ad12e829-b2e0-461e-973d-3dac7f4824db
Frederick, Bruce
23caa112-a8c6-431d-b784-5c7771f15203
Blankenship, Donald D.
e7c273e4-0aab-4a3f-869b-54b78959233b

Gulick, Sean P. S., Shevenell, Amelia E., Montelli, Aleksandr, Fernandez, Rodrigo, Smith, Catherine, Warny, Sophie, Bohaty, Steven M., Sjunneskog, Charlotte, Leventer, Amy, Frederick, Bruce and Blankenship, Donald D. (2017) Initiation and long-term instability of the East Antarctic Ice Sheet. Nature, 552 (7684), 225-229. (doi:10.1038/nature25026).

Record type: Article

Abstract

Antarctica’s continental-scale ice sheets have evolved over the past 50 million years1,2,3,4. However, the dearth of ice-proximal geological records5,6,7,8 limits our understanding of past East Antarctic Ice Sheet (EAIS) behaviour and thus our ability to evaluate its response to ongoing environmental change. The EAIS is marine-terminating and grounded below sea level within the Aurora subglacial basin, indicating that this catchment, which drains ice to the Sabrina Coast, may be sensitive to climate perturbations9,10,11. Here we show, using marine geological and geophysical data from the continental shelf seaward of the Aurora subglacial basin, that marine-terminating glaciers existed at the Sabrina Coast by the early to middle Eocene epoch. This finding implies the existence of substantial ice volume in the Aurora subglacial basin before continental-scale ice sheets were established about 34 million years ago1,2,3,4. Subsequently, ice advanced across and retreated from the Sabrina Coast continental shelf at least 11 times during the Oligocene and Miocene epochs. Tunnel valleys12 associated with half of these glaciations indicate that a surface-meltwater-rich sub-polar glacial system existed under climate conditions similar to those anticipated with continued anthropogenic warming10,11. Cooling since the late Miocene13 resulted in an expanded polar EAIS and a limited glacial response to Pliocene warmth in the Aurora subglacial basin catchment14,15,16. Geological records from the Sabrina Coast shelf indicate that, in addition to ocean temperature, atmospheric temperature and surface-derived meltwater influenced East Antarctic ice mass balance under warmer-than-present climate conditions. Our results imply a dynamic EAIS response with continued anthropogenic warming and suggest that the EAIS contribution to future global sea-level projections10,11,15,17 may be under-estimated.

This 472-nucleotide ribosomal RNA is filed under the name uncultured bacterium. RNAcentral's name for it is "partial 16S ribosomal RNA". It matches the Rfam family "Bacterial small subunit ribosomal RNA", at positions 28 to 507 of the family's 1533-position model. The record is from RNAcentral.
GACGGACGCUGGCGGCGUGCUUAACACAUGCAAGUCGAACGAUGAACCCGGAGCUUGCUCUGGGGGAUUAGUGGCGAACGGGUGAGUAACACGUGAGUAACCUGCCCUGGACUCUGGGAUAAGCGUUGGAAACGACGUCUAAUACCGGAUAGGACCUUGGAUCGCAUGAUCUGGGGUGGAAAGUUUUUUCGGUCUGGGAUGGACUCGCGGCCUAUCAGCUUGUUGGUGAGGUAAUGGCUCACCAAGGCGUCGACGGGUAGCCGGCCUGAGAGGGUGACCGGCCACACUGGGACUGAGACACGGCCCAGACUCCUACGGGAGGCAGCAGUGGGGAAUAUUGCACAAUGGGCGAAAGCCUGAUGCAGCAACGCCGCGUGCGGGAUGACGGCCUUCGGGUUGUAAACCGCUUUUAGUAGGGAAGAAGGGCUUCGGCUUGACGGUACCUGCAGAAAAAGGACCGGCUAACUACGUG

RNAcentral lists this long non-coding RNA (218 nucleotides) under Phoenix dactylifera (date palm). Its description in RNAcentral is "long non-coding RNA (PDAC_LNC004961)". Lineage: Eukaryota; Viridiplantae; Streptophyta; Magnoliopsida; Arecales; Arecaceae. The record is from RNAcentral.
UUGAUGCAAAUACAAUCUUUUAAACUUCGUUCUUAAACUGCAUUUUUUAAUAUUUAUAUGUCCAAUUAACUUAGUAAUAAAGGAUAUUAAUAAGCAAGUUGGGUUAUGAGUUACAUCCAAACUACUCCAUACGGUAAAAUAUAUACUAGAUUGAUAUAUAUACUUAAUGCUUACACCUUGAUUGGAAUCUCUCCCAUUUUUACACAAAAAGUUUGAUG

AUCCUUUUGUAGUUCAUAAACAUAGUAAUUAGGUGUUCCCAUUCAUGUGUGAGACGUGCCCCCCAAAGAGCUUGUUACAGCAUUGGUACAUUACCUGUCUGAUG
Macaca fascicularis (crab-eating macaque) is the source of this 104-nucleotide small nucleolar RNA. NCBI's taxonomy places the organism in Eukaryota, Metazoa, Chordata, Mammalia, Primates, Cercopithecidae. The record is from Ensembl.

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Accepted/In Press date: 6 November 2017
e-pub ahead of print date: 13 December 2017
Published date: 13 December 2017

Identifiers

Local EPrints ID: 417070
URI: http://eprints.soton.ac.uk/id/eprint/417070
ISSN: 0028-0836
PURE UUID: 3e671dce-d6fd-47a9-ae16-c85890ee2a69
ORCID for Steven M. Bohaty: ORCID iD orcid.org/0000-0002-1193-7398

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Date deposited: 18 Jan 2018 17:30
Last modified: 07 Oct 2020 01:53

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Contributors

Author: Sean P. S. Gulick
Author: Amelia E. Shevenell
Author: Aleksandr Montelli
Author: Rodrigo Fernandez
Author: Catherine Smith
Author: Sophie Warny
Author: Charlotte Sjunneskog
Author: Amy Leventer
Author: Bruce Frederick
Author: Donald D. Blankenship